RSC: It seems every Dio album had an epic song on it. Tell us about how “All The Fools Sailed Away” came about?
CG: It starts off with a clean guitar intro, then when the full band comes in that’s what we called the theme. When I first heard the theme music which Ronnie wrote, I just said wow. We looked at each other and said this is gonna be big so we knew that was going to be the epic. That was the first time him and I put together an epic. Prior to that he had “Egypt”, in Rainbow he had “Stargazer” and “Gates Of Babylon”. My favorite Sabbath song is “Lonely Is The Word”, that is the perfect merger of strength of Ronnie James Dio and Tony Iommi that there ever was. Because of my love for Deep Purple I was the reason why there is a keyboard solo in “All The Fools Sailed Away”. Dio never had any type of keyboard solo, nor any type of Blackmore influence. So Claude came up with a really cool solo and it worked. Ronnie knew how to create. That song will always be a very special song to me.
RSC: Do you have any other favorite tracks from Dream Evil?
CG: “Dream Evil” itself, “Sunset Superman” and “When A Woman Cries”. The intro up to the first verse of “When A Woman Cries” is really cool. That came from a riff I had way back. If you watch the full video of “We’re Stars” just as they show the guitars, there’s a riff being played and that is actually the riff.
RSC: Dream Evil is a very underrated album. It didn’t receive the kind of airplay Dio’s previous albums did but listening to it now, it sounds so amazing.
CG: I think rock fans are a lot like sports fans. They can be brutal. I know that I’m not every Dio fans favorite guitarist. Me and Ronnie had a very special relationship, we were friends and we loved working together. I think we wrote really well together. There’s Magica and there are a lot of great songs on Master Of The Moon but Dream Evil I think came at a time when people didn’t know who I was. I was this big haired kid from Giuffria. It didn’t make sense to them. At the time the studio production was different too. I don’t think it was what people were expecting. It was a little more dry and raw. I think now that time has passed I think people have gotten over the shock that Viv is out and Craig is in. They’ve actually had the chance to really absorb the songs as songs. I think people are starting to go you know what that’s not such a bad album after all (laughs).
RSC: You also recorded “Time To Burn” from Intermission.
CG: That’s right. Not lot of people know this but I played that whole album except for the solos on the live songs. That was a really great concert and strangely enough it was in San Diego where I grew up. Vivian was out of tune so Ronnie asked me to overdub his guitar rhythms. They kept his solos because they were able to run that through a harmonizer that way it can match the pitch to the song. That was interesting because back then we didn’t have the technology we have now. There were certain songs Viv would start on his own and there was no count off. So I had to listen for a whistle or a sound in the audience and then try and make up a count that would match when he would start the song. Because it was a live album they were also using the room mikes. So if I wasn’t playing exactly along with how he played and how he started it, it wouldn’t match the room sound. It was a trip but it was a lot of fun. Originally it was supposed to be an in between, a live concert with Viv and then a bonus track with me as an introduction to the new guitar player.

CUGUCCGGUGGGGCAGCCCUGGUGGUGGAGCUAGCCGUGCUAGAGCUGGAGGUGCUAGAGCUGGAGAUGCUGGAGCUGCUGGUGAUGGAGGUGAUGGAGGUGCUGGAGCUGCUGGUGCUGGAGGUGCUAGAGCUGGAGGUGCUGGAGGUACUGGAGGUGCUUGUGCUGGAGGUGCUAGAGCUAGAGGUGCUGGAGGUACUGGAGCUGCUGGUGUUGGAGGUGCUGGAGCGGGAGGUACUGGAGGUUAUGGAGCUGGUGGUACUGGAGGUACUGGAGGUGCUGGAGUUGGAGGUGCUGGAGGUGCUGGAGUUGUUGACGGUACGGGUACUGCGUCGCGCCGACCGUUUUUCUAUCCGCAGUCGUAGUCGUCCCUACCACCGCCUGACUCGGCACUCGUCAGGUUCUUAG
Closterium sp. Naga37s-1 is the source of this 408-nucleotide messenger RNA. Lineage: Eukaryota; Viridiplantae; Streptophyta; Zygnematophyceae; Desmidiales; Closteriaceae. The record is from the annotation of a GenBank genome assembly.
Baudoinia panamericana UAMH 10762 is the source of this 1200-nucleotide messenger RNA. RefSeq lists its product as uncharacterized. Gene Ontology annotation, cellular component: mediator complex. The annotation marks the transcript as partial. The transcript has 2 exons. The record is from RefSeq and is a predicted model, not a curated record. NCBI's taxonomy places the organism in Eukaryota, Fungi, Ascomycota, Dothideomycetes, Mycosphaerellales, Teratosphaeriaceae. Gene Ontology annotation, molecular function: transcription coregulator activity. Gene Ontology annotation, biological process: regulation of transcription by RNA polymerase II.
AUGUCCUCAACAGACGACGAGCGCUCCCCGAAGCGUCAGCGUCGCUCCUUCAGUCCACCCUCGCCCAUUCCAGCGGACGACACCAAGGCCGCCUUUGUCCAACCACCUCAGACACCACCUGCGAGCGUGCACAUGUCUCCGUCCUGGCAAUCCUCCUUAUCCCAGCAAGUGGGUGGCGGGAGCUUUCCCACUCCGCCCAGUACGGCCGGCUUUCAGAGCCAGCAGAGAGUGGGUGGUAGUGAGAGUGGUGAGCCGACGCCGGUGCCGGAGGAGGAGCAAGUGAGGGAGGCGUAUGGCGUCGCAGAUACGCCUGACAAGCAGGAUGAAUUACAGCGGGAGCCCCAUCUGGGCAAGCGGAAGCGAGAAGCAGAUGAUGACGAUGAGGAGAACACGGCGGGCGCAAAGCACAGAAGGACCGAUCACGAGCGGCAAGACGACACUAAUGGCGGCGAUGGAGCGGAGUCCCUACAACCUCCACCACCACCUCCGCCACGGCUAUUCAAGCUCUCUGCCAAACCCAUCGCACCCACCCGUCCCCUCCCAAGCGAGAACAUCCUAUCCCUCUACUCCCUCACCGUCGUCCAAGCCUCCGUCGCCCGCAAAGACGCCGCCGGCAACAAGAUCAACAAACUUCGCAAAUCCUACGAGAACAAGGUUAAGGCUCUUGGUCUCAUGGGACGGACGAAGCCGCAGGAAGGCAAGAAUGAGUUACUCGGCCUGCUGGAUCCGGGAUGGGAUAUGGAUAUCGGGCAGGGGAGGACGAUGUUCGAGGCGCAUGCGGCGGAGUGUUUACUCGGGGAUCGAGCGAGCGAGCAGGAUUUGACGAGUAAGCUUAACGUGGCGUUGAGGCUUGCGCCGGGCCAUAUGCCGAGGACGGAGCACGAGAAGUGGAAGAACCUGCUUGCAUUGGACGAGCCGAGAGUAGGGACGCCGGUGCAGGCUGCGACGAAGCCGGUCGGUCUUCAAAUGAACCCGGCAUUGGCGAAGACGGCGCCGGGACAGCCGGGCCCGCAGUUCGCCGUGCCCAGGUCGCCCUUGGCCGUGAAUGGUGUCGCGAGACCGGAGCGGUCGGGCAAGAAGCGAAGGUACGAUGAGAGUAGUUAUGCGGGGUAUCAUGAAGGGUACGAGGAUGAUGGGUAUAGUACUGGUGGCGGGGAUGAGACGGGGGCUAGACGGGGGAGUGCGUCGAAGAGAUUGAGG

RSC: Which do you enjoy more being in the recording studio or out on the road playing live?
CG: (laughs) I tell people when they ask me that question its a lot like saying if you had to choose between one or the other which would you prefer to inhale or exhale? They are both just as important. I really do enjoy the creative process, writing and recording. There’s a lot of ups and downs to both so it’s really hard to say. If I had to choose between the both, I don’t think I could because there are so many special moments live. Because I am a fan this music means a lot to me. That’s why most of the time I just stand there and play. Every note, every chord, every solo and every note in that solo means something to me because that music was a big part of my life. When we play and everything clicks and the band connects with the audience there’s nothing on this earth that can replace that kind of experience. There’s nothing like being able to record and have your songs come to life and listen to them with the kind of production value we have like on the Resurrection Kings album. So it’s really hard to choose between the two because they’re both just as important as one another.
Special thanks to Jon Freeman for setting us up with the interview and to Craig Goldy for being so generous with his time.